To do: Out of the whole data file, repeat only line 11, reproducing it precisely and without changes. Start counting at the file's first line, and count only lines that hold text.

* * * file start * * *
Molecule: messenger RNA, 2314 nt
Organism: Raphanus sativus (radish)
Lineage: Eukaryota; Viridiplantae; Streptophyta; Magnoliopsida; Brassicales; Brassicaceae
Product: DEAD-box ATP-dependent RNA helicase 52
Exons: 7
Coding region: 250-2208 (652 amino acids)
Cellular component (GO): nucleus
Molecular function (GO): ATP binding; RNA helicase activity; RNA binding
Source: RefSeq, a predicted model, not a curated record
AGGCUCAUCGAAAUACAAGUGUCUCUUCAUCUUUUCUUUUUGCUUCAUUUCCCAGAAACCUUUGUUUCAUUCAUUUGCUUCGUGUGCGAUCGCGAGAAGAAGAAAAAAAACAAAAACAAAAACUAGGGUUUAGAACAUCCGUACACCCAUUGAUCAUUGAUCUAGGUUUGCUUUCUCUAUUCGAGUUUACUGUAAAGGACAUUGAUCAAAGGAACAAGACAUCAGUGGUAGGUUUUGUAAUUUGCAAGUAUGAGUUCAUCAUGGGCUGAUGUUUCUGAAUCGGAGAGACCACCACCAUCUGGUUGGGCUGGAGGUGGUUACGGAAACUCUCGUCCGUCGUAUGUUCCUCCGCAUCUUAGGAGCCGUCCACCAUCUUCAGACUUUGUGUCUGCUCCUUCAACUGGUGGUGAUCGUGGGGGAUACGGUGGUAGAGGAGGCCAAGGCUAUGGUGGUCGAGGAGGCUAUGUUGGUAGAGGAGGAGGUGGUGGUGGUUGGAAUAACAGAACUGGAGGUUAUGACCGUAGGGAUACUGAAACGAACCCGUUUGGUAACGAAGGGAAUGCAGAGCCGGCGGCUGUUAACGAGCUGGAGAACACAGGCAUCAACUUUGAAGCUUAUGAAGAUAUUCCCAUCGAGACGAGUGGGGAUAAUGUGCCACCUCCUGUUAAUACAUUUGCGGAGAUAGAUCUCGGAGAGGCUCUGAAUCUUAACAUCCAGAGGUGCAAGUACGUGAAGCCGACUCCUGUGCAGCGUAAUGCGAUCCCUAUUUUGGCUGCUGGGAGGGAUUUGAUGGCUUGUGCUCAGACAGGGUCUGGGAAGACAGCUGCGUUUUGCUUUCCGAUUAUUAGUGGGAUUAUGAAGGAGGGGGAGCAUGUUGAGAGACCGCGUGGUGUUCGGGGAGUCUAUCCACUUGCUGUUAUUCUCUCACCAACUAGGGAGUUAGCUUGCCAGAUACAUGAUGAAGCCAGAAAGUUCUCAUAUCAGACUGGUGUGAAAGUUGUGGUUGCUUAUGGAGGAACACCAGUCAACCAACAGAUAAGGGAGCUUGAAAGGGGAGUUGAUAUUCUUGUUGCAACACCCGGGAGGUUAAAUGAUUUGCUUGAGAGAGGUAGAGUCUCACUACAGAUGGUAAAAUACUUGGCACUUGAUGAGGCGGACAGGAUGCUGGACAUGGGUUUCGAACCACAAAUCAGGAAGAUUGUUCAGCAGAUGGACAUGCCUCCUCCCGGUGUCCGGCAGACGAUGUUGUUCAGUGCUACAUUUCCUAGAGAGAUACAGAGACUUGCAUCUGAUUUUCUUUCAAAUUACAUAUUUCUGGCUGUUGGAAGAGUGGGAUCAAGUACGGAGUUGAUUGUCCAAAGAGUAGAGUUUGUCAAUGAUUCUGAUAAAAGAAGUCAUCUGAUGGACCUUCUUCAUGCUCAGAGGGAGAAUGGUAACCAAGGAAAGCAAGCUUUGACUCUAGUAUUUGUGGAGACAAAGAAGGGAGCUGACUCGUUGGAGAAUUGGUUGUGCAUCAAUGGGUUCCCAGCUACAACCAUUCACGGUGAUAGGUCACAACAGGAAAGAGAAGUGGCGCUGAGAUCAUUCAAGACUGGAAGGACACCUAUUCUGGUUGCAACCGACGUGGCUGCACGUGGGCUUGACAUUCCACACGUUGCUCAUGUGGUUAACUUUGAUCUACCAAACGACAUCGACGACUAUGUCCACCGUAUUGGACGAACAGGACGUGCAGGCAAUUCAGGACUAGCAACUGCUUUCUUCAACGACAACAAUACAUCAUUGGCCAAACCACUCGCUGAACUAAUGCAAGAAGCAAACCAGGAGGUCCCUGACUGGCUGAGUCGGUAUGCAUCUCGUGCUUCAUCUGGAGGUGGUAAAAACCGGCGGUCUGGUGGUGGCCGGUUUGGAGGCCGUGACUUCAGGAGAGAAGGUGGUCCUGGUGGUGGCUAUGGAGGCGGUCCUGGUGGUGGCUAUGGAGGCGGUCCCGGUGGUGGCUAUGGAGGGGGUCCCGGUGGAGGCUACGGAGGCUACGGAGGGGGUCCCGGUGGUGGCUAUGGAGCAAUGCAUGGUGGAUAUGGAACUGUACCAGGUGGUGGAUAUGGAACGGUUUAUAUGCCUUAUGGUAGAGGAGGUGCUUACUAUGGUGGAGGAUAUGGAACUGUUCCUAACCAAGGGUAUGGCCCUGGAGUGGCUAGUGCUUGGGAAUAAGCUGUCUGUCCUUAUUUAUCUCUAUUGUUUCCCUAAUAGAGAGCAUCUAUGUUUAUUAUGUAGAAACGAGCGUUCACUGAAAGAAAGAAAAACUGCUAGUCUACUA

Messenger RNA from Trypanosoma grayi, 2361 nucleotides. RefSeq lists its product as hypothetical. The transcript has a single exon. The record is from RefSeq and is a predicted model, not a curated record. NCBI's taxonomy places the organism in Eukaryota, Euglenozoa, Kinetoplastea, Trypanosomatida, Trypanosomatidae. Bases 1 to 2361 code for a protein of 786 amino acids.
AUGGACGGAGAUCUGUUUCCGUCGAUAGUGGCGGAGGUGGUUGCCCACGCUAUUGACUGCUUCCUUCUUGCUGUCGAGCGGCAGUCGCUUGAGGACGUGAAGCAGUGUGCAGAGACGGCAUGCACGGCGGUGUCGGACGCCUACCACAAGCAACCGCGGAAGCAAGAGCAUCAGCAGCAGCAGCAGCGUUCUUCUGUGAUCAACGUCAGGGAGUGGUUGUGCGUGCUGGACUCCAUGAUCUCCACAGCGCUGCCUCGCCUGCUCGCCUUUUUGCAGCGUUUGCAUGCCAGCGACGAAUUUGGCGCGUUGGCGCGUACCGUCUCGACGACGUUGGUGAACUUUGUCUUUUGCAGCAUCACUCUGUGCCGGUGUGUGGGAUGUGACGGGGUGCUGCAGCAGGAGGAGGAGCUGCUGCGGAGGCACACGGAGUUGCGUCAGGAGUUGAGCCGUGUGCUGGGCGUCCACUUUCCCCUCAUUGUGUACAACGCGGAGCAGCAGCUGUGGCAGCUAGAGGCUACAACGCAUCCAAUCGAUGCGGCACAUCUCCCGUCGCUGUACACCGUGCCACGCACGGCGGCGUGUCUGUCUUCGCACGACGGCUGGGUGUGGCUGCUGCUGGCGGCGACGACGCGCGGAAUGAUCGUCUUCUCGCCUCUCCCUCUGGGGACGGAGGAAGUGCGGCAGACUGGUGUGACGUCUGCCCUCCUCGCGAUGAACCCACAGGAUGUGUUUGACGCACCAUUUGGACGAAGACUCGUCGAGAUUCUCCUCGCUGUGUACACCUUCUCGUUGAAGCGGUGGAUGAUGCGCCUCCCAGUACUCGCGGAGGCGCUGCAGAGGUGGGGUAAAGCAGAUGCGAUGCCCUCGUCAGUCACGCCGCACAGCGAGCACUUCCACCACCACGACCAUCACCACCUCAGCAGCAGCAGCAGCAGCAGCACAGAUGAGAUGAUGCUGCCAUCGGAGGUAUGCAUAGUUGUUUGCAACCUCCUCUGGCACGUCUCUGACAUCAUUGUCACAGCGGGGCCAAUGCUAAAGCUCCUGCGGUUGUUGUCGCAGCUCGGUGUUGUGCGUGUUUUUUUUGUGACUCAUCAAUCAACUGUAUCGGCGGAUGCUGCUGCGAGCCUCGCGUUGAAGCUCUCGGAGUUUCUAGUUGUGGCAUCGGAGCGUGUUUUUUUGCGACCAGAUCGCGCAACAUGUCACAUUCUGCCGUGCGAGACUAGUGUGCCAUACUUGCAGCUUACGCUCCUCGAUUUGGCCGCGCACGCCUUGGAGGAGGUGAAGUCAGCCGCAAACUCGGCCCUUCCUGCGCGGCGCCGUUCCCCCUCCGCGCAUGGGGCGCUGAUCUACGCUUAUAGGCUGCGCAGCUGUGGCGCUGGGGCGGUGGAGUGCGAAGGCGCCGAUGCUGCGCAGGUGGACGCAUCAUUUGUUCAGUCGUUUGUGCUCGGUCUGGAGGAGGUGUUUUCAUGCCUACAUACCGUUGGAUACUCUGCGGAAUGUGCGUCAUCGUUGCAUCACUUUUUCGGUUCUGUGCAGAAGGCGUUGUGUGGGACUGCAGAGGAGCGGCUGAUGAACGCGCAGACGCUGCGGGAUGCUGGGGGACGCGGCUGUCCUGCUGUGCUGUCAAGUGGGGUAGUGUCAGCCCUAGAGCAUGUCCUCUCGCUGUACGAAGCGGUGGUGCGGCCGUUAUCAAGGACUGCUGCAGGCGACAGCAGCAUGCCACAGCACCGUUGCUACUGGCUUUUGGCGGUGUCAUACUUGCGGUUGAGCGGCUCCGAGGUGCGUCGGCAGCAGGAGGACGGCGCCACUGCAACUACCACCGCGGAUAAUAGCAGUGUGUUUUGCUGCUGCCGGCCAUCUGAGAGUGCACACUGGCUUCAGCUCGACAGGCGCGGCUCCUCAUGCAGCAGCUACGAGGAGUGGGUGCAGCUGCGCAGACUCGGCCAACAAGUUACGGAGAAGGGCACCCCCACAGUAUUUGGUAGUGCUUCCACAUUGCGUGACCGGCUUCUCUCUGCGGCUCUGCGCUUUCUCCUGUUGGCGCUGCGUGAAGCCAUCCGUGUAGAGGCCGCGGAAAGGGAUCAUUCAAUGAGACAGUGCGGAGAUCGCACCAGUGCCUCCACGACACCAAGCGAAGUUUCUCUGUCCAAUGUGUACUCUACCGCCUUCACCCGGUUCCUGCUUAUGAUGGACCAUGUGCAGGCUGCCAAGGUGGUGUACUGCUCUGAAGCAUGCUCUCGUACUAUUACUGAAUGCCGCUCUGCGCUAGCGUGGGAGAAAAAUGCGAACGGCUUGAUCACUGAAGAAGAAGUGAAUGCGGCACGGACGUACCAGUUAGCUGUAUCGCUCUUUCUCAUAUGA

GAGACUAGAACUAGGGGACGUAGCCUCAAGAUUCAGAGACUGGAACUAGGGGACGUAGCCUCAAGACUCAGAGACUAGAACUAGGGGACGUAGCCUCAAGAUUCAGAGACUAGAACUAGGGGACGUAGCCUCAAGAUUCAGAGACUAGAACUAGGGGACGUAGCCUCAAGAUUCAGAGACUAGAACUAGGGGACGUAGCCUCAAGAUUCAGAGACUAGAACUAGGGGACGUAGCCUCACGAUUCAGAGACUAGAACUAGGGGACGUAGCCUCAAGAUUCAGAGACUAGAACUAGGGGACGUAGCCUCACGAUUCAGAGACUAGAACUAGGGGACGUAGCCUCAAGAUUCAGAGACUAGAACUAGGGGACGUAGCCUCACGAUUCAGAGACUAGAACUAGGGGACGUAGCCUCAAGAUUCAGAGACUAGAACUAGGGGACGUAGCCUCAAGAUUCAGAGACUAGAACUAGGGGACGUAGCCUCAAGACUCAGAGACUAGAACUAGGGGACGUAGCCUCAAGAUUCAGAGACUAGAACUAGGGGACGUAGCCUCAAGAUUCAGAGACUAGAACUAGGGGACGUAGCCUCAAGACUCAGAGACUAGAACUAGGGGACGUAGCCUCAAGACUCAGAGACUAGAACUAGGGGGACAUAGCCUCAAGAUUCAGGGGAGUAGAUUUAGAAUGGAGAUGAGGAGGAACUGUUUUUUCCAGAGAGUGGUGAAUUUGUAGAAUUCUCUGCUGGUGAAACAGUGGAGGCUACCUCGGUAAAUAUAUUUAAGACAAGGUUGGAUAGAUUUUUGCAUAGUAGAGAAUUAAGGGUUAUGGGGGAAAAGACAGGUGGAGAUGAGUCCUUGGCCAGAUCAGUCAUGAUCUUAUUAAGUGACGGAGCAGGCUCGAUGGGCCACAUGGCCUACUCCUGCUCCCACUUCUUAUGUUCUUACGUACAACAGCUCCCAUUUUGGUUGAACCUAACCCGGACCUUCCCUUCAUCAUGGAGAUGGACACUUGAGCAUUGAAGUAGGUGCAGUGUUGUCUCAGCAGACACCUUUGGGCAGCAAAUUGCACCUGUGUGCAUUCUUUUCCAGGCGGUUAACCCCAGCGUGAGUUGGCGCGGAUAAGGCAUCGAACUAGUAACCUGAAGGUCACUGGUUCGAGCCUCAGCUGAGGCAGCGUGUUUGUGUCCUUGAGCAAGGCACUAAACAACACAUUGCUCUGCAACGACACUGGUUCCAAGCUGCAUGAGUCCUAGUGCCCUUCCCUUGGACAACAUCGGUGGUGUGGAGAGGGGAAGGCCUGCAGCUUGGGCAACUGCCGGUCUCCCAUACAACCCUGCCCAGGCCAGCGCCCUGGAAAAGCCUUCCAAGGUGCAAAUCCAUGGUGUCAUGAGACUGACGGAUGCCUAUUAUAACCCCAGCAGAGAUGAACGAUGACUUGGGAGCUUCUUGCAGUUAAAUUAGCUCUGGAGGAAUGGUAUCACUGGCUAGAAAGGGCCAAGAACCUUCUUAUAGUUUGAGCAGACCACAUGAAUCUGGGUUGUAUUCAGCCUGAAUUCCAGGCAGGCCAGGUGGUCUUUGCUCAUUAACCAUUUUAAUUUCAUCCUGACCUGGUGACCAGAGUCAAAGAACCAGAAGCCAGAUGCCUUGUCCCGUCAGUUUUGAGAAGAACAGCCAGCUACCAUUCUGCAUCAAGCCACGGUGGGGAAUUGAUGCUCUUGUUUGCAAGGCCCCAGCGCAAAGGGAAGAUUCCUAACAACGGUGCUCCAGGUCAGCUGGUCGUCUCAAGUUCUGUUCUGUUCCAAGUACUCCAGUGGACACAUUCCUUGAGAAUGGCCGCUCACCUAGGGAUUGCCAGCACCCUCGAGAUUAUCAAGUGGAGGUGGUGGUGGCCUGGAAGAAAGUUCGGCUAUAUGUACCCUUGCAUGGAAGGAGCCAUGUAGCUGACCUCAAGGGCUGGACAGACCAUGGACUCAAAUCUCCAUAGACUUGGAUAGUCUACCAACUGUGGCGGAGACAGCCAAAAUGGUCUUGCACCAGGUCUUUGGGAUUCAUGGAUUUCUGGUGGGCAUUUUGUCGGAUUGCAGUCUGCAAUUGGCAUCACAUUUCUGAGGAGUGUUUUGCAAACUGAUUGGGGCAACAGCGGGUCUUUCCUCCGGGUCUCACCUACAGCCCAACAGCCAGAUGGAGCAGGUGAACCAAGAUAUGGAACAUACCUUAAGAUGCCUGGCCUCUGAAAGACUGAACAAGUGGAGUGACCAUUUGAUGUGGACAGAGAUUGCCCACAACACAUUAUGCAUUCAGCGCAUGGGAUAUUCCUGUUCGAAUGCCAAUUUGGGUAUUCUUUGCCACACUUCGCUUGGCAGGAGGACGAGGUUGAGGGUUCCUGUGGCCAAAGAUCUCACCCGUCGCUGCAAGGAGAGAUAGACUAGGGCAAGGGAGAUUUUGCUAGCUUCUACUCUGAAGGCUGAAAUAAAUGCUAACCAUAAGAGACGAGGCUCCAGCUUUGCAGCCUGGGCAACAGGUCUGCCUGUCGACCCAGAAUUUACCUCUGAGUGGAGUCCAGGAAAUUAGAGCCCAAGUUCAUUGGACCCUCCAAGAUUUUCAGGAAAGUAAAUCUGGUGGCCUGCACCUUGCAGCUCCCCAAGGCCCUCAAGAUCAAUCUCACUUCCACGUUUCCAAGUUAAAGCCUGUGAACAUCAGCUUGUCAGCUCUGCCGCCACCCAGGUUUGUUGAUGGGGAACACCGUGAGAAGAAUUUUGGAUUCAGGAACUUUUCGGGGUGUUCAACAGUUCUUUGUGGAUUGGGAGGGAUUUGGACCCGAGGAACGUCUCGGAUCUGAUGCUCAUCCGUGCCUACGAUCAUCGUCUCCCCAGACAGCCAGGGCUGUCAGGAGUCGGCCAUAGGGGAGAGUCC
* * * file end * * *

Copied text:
Messenger RNA from Trypanosoma grayi, 2361 nucleotides. RefSeq lists its product as hypothetical. The transcript has a single exon. The record is from RefSeq and is a predicted model, not a curated record. NCBI's taxonomy places the organism in Eukaryota, Euglenozoa, Kinetoplastea, Trypanosomatida, Trypanosomatidae. Bases 1 to 2361 code for a protein of 786 amino acids.